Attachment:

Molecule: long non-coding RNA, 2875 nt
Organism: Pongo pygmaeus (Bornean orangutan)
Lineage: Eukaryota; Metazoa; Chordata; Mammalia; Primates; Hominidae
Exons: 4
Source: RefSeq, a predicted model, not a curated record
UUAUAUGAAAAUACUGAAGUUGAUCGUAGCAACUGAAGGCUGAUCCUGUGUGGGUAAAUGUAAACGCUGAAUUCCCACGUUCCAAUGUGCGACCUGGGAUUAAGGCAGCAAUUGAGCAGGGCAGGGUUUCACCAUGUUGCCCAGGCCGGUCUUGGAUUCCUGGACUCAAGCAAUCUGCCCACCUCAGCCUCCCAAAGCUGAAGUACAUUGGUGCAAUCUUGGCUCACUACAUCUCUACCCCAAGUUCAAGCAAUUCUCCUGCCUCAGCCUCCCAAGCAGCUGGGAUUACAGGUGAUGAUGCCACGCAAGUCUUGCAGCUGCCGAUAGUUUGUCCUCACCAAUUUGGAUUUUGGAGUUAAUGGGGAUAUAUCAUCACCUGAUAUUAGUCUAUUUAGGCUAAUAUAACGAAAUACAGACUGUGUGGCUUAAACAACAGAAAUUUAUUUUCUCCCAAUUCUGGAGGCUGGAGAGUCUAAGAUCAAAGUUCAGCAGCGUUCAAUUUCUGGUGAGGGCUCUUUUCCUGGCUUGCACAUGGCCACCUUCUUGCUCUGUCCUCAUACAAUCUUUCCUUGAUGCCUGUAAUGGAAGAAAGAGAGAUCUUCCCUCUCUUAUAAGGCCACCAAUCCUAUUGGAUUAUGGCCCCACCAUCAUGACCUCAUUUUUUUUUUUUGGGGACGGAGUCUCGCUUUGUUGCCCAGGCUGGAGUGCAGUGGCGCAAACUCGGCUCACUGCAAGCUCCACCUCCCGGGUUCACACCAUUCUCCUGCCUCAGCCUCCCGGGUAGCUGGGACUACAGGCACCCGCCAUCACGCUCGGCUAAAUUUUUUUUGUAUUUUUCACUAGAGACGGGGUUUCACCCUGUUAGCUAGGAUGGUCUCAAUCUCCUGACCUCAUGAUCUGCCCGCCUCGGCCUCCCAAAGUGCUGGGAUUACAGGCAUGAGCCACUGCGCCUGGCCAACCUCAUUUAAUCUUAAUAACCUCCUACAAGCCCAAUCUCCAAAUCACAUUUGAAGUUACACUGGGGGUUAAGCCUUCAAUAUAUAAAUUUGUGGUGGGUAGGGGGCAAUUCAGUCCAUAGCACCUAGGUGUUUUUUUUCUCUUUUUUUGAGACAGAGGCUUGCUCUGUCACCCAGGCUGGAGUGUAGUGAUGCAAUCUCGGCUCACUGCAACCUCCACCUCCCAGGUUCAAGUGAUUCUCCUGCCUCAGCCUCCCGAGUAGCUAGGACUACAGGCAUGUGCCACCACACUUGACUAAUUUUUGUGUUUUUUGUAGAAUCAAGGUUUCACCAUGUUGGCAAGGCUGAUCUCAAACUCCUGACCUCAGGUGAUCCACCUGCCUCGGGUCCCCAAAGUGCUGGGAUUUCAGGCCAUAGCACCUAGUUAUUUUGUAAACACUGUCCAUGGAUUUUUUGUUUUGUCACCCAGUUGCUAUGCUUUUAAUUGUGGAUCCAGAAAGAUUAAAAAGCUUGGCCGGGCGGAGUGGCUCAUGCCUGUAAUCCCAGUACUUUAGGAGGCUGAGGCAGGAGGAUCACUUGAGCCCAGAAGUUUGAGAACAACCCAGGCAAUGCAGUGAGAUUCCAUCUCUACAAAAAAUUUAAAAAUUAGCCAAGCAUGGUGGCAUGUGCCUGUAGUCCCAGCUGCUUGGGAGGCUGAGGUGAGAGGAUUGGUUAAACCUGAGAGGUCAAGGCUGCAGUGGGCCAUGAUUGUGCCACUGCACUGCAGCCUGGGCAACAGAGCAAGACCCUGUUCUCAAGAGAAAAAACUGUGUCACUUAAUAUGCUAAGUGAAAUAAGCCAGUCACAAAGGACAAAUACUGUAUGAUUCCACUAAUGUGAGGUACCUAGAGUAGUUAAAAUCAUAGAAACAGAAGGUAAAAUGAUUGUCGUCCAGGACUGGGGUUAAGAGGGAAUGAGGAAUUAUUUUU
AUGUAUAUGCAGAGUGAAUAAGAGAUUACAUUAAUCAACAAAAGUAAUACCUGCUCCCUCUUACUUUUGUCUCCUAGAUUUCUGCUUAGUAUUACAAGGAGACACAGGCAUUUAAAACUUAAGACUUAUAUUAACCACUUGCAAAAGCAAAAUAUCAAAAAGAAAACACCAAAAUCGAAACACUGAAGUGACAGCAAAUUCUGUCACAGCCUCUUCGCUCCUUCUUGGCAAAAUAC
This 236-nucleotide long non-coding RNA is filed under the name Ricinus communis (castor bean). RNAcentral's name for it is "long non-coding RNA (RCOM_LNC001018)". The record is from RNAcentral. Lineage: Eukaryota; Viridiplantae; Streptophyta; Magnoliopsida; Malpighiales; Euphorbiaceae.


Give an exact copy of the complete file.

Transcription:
Molecule: long non-coding RNA, 2875 nt
Organism: Pongo pygmaeus (Bornean orangutan)
Lineage: Eukaryota; Metazoa; Chordata; Mammalia; Primates; Hominidae
Exons: 4
Source: RefSeq, a predicted model, not a curated record
UUAUAUGAAAAUACUGAAGUUGAUCGUAGCAACUGAAGGCUGAUCCUGUGUGGGUAAAUGUAAACGCUGAAUUCCCACGUUCCAAUGUGCGACCUGGGAUUAAGGCAGCAAUUGAGCAGGGCAGGGUUUCACCAUGUUGCCCAGGCCGGUCUUGGAUUCCUGGACUCAAGCAAUCUGCCCACCUCAGCCUCCCAAAGCUGAAGUACAUUGGUGCAAUCUUGGCUCACUACAUCUCUACCCCAAGUUCAAGCAAUUCUCCUGCCUCAGCCUCCCAAGCAGCUGGGAUUACAGGUGAUGAUGCCACGCAAGUCUUGCAGCUGCCGAUAGUUUGUCCUCACCAAUUUGGAUUUUGGAGUUAAUGGGGAUAUAUCAUCACCUGAUAUUAGUCUAUUUAGGCUAAUAUAACGAAAUACAGACUGUGUGGCUUAAACAACAGAAAUUUAUUUUCUCCCAAUUCUGGAGGCUGGAGAGUCUAAGAUCAAAGUUCAGCAGCGUUCAAUUUCUGGUGAGGGCUCUUUUCCUGGCUUGCACAUGGCCACCUUCUUGCUCUGUCCUCAUACAAUCUUUCCUUGAUGCCUGUAAUGGAAGAAAGAGAGAUCUUCCCUCUCUUAUAAGGCCACCAAUCCUAUUGGAUUAUGGCCCCACCAUCAUGACCUCAUUUUUUUUUUUUGGGGACGGAGUCUCGCUUUGUUGCCCAGGCUGGAGUGCAGUGGCGCAAACUCGGCUCACUGCAAGCUCCACCUCCCGGGUUCACACCAUUCUCCUGCCUCAGCCUCCCGGGUAGCUGGGACUACAGGCACCCGCCAUCACGCUCGGCUAAAUUUUUUUUGUAUUUUUCACUAGAGACGGGGUUUCACCCUGUUAGCUAGGAUGGUCUCAAUCUCCUGACCUCAUGAUCUGCCCGCCUCGGCCUCCCAAAGUGCUGGGAUUACAGGCAUGAGCCACUGCGCCUGGCCAACCUCAUUUAAUCUUAAUAACCUCCUACAAGCCCAAUCUCCAAAUCACAUUUGAAGUUACACUGGGGGUUAAGCCUUCAAUAUAUAAAUUUGUGGUGGGUAGGGGGCAAUUCAGUCCAUAGCACCUAGGUGUUUUUUUUCUCUUUUUUUGAGACAGAGGCUUGCUCUGUCACCCAGGCUGGAGUGUAGUGAUGCAAUCUCGGCUCACUGCAACCUCCACCUCCCAGGUUCAAGUGAUUCUCCUGCCUCAGCCUCCCGAGUAGCUAGGACUACAGGCAUGUGCCACCACACUUGACUAAUUUUUGUGUUUUUUGUAGAAUCAAGGUUUCACCAUGUUGGCAAGGCUGAUCUCAAACUCCUGACCUCAGGUGAUCCACCUGCCUCGGGUCCCCAAAGUGCUGGGAUUUCAGGCCAUAGCACCUAGUUAUUUUGUAAACACUGUCCAUGGAUUUUUUGUUUUGUCACCCAGUUGCUAUGCUUUUAAUUGUGGAUCCAGAAAGAUUAAAAAGCUUGGCCGGGCGGAGUGGCUCAUGCCUGUAAUCCCAGUACUUUAGGAGGCUGAGGCAGGAGGAUCACUUGAGCCCAGAAGUUUGAGAACAACCCAGGCAAUGCAGUGAGAUUCCAUCUCUACAAAAAAUUUAAAAAUUAGCCAAGCAUGGUGGCAUGUGCCUGUAGUCCCAGCUGCUUGGGAGGCUGAGGUGAGAGGAUUGGUUAAACCUGAGAGGUCAAGGCUGCAGUGGGCCAUGAUUGUGCCACUGCACUGCAGCCUGGGCAACAGAGCAAGACCCUGUUCUCAAGAGAAAAAACUGUGUCACUUAAUAUGCUAAGUGAAAUAAGCCAGUCACAAAGGACAAAUACUGUAUGAUUCCACUAAUGUGAGGUACCUAGAGUAGUUAAAAUCAUAGAAACAGAAGGUAAAAUGAUUGUCGUCCAGGACUGGGGUUAAGAGGGAAUGAGGAAUUAUUUUU
AUGUAUAUGCAGAGUGAAUAAGAGAUUACAUUAAUCAACAAAAGUAAUACCUGCUCCCUCUUACUUUUGUCUCCUAGAUUUCUGCUUAGUAUUACAAGGAGACACAGGCAUUUAAAACUUAAGACUUAUAUUAACCACUUGCAAAAGCAAAAUAUCAAAAAGAAAACACCAAAAUCGAAACACUGAAGUGACAGCAAAUUCUGUCACAGCCUCUUCGCUCCUUCUUGGCAAAAUAC
This 236-nucleotide long non-coding RNA is filed under the name Ricinus communis (castor bean). RNAcentral's name for it is "long non-coding RNA (RCOM_LNC001018)". The record is from RNAcentral. Lineage: Eukaryota; Viridiplantae; Streptophyta; Magnoliopsida; Malpighiales; Euphorbiaceae.